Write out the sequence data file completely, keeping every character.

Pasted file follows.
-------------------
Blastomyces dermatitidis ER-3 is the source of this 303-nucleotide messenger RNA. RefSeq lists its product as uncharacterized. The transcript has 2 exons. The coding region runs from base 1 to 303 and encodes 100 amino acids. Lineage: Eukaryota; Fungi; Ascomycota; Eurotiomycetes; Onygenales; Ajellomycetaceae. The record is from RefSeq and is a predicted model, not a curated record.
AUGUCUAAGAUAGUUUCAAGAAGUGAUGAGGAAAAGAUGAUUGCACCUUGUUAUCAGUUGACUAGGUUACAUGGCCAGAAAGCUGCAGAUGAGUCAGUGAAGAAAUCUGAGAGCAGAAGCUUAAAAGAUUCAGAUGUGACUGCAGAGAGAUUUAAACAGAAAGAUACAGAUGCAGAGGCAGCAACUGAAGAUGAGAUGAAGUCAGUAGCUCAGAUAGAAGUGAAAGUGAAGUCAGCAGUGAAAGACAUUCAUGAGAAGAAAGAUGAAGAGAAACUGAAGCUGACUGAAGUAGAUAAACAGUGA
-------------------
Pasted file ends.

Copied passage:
Blastomyces dermatitidis ER-3 is the source of this 303-nucleotide messenger RNA. RefSeq lists its product as uncharacterized. The transcript has 2 exons. The coding region runs from base 1 to 303 and encodes 100 amino acids. Lineage: Eukaryota; Fungi; Ascomycota; Eurotiomycetes; Onygenales; Ajellomycetaceae. The record is from RefSeq and is a predicted model, not a curated record.
AUGUCUAAGAUAGUUUCAAGAAGUGAUGAGGAAAAGAUGAUUGCACCUUGUUAUCAGUUGACUAGGUUACAUGGCCAGAAAGCUGCAGAUGAGUCAGUGAAGAAAUCUGAGAGCAGAAGCUUAAAAGAUUCAGAUGUGACUGCAGAGAGAUUUAAACAGAAAGAUACAGAUGCAGAGGCAGCAACUGAAGAUGAGAUGAAGUCAGUAGCUCAGAUAGAAGUGAAAGUGAAGUCAGCAGUGAAAGACAUUCAUGAGAAGAAAGAUGAAGAGAAACUGAAGCUGACUGAAGUAGAUAAACAGUGA